Wealthy people don’t savour the little things in life – The Globe and Mail

Wealthy people don’t savour the little things in life – The Globe and Mail.
This article reports on a two part study which is to appear in Psychological Science. This is the flagship journal of the Association for Psychological Science, so the articles are, I presume, peer reviewed. I was left with questions such as how to measure awe, or joy. These are some of the emotions they claim are reduced in those who have money, or think about money(not necessarily the same people). The second part of the study had observers decide how much an individual was savouring a piece of chocolate by how long it took the individual to devour it, and how much the person appeared to enjoy it; this after seeing a picture of money. Somehow it doesn’t sound very scientific to me, but someone gave them a grant to discover, I suppose, whether money can buy happiness.
The Own the Podium people certainly seem to think that money can buy medals. For a country with a base of thirty million or so people, competing against countries with three hundred million, I think the Canadian athletes are doing very well. They needed better training facilities and better coaches and a great many other things that I have no knowledge about, in order to improve and compete. And they are! However, training and coaching can only go so far. It comes down to muscle length and strength and talent and drive and genetics. These are not for sale.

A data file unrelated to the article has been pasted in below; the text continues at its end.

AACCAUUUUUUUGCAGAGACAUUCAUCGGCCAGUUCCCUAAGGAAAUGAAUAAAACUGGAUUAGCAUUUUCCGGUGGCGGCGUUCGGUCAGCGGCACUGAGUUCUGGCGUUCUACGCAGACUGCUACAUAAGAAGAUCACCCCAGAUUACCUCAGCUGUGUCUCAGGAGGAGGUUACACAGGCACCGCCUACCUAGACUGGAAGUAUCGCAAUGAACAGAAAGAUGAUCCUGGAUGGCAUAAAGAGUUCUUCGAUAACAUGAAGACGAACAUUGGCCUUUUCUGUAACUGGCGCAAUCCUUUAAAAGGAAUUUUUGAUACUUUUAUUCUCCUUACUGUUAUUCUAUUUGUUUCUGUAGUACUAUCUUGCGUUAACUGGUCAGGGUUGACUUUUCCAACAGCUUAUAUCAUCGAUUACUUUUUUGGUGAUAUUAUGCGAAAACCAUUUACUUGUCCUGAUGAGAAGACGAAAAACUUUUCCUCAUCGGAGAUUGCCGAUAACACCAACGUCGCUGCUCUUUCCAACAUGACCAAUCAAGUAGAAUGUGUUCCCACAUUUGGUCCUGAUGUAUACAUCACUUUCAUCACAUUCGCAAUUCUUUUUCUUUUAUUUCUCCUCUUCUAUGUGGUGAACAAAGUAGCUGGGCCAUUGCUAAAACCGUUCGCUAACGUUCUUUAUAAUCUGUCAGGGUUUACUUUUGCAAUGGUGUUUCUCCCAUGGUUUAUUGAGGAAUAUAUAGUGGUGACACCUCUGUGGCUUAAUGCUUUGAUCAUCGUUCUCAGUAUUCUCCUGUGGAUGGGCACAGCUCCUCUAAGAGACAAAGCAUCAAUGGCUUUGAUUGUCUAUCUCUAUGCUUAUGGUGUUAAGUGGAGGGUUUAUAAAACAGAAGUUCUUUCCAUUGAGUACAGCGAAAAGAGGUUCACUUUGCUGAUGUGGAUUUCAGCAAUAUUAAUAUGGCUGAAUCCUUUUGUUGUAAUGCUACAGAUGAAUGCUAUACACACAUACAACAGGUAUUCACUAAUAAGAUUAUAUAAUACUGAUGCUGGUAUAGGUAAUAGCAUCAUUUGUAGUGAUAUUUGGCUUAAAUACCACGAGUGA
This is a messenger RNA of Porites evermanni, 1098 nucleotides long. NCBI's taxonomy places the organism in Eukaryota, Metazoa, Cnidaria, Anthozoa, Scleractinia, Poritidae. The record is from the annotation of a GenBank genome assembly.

Some countries identify children as potential athletes, almost in the cradle and train them all their young lives. Even this is no guarantee of success on the day, in the five seconds or five minutes or five hours it takes for an event.
It can’t be predicted on a spreadsheet. The mysterious backers who donated to the effort may be disappointed in the return on their investment, if they only count the medals. Perhaps they are the individuals the psychologists should study.

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